Although alimony and child support are continuing obligations that may be modified in the future based on changed circumstances, the parties to a divorce proceeding only get one chance for a fair division of marital assets, which is known in Florida as “equitable distribution.”
To achieve optimum results, you need lawyers like Scott Davis and Richard Mockler who are experienced in parsing the nuances of Florida divorce law, finding assets, tracing funds, forensically valuing companies, and spotting value through federal tax considerations.
Florida law creates a presumption that a fair division of marital assets means an equal division of such assets. Certain circumstances may justify an “unequal” division, such as where one spouse contributed more to the family than the other, or where one spouse sacrificed a career to help the other succeed. Courts consider the following factors in dividing marital assets:
- Duration of the marriage
- Contribution to the marriage by each spouse
- The economic circumstances of each spouse
- The contribution of one spouse to the career of another
- The desirability of retaining an asset intact instead of dividing it
- The contribution of one spouse to the enhancement of another asset
- The desirability of keeping the family home as a residence for the children
- Intentional dissipation or waste of assets by one spouse
- Credits or setoffs due to payments made during the divorce litigation
- It is important to remember that “non-marital” assets are not divided in a divorce. Assets acquired prior to marriage are usually non-marital. Assets acquired during the marriage but with non-marital funds that are solely titled in one spouses name continue to be non-marital. And Gifts or inheritances give to one spouse only will be non-marital.
Marital Versus Non-Marital Assets
By definition, non-marital assets are exempt from equitable distribution.
Assets acquired before marriage are usually deemed non-marital. Assets acquired during the marriage using non-marital funds (and which are solely titled in one spouse’s name) are also non-marital, as are gifts or inheritances given solely to one spouse. By contrast, an asset that is purchased with marital funds (i.e., income of either spouse during the marriage) is deemed marital. Assets there were non-marital but have since been jointly titled or commingled with other marital assets can become marital assets. For example, a home that was solely titled and purchased before marriage by one spouse but that was refinanced during the marriage and titled in both parties’ names becomes a marital asset.
Some assets are partly marital and partly non-marital. For example, a 401K that was funded prior to marriage, but that was contributed to during the marriage, will have a marital component and a non-marital component. We employ expert accountants to analyze these components and the proper division of any appreciation in value. Similarly, a house purchased before marriage and still titled in one spouse’s name will be treated as a non-marital asset; any appreciation in the value of the house, however, due to the expenditure of marital funds or labor will be considered a marital asset that is subject to division.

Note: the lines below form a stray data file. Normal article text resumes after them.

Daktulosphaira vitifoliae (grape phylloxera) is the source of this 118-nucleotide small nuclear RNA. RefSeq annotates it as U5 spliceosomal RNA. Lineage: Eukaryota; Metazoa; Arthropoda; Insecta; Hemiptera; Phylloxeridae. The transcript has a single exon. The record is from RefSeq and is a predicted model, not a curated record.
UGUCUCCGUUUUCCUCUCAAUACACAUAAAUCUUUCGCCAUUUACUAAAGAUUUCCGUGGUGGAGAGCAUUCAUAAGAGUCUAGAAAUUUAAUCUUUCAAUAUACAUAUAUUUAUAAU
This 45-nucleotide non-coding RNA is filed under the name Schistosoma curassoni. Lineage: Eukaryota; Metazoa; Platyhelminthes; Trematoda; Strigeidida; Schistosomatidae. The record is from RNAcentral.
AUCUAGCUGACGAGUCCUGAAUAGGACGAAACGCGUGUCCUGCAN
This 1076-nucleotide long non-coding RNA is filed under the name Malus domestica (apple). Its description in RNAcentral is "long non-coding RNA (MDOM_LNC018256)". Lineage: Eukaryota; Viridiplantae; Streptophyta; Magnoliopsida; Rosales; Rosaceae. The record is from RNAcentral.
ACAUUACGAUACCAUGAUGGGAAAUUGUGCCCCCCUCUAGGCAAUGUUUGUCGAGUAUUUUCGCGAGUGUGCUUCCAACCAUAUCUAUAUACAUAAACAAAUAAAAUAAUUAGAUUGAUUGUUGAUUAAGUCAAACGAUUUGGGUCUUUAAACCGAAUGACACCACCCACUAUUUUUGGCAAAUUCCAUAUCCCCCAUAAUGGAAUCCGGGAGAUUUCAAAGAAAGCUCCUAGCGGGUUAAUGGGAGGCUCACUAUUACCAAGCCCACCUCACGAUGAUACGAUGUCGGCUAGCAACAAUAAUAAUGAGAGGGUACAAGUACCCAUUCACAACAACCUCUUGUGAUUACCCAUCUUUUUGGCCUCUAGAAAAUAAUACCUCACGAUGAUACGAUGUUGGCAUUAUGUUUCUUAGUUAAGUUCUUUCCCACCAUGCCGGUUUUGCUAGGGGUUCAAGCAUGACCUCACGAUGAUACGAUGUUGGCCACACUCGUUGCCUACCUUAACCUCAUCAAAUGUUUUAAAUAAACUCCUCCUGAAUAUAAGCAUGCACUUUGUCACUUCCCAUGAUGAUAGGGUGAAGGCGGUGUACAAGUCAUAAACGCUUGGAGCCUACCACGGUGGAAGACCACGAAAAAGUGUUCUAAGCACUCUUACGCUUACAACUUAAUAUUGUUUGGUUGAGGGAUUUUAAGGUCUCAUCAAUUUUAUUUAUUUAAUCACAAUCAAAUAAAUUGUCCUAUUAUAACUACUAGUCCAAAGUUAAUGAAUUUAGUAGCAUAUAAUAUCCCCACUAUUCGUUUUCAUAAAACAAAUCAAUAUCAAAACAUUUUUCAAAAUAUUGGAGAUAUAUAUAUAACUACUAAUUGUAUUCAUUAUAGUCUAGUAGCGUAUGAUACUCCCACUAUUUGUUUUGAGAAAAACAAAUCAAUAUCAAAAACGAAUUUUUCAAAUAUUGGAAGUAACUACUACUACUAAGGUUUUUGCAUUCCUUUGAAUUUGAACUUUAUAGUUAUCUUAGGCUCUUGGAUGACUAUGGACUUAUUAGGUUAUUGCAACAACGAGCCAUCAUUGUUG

How to treat the marital home, and whether to request that the Court order a sale and distribution of the equity, are important pre-filing considerations in every divorce.
It would be naïve to consider any proposal for equitable distribution without analyzing the potential federal income tax consequences. Fortunately, Richard Mockler has a Master of Laws Degree in Taxation and understands the federal tax code. Richard will use his skills to help you structure your divorce settlement advantageously and avoid unnecessary negative tax consequences.
Litigation Over Hidden Assets
We have spent many years dealing with parties who were unwilling to disclose their true assets. Richard Mockler spent the first half of his career defending executives and large corporations against allegations of fraud, breach of fiduciary duty, and other financial wrongdoing. These cases involved millions of pages of documents, complex financial instruments, and labyrinth transactions. Richard previously worked for Holland & Knight's Securities Litigation Group and for the Miami office of the venerable and prestigious Wall Street law firm, Stroock & Stroock & Lavan. We can use these skills and Mr. Mockler's experience to help in your family law case, especially where one of the parties is playing "hide-the-ball" with assets, accounts, or valuation.
If you or someone you care about is facing a divorce, one of our Tampa divorce lawyers can help. Please contact us today at (813) 331-5699 to speak with one of our experienced family law attorneys.
What We've Achieved
- Successfully petitioned to set aside a marital settlement agreement for duress, coercion, and misrepresentation.
- Petitioned to set aside a final judgment for fraud.
- Defended party in short term marriage with millions in non-marital assets held in trust and closely held companies against claims that the assets were marital
- Represented numerous land and business owners against claims that their significant assets were marital
- Defended numerous corporate executives accused of securities fraud.
- Defended federal investigation of pharmaceutical companies accused of fraud under the False Claims Act.
- Defended companies and executives accused of stock option backdating
- Represented numerous plaintiffs and defendants in cases and jury trials involving civil claims for theft, fraud, conversion, breach of fiduciary duty, tortious interference, and other alleged wrongdoing.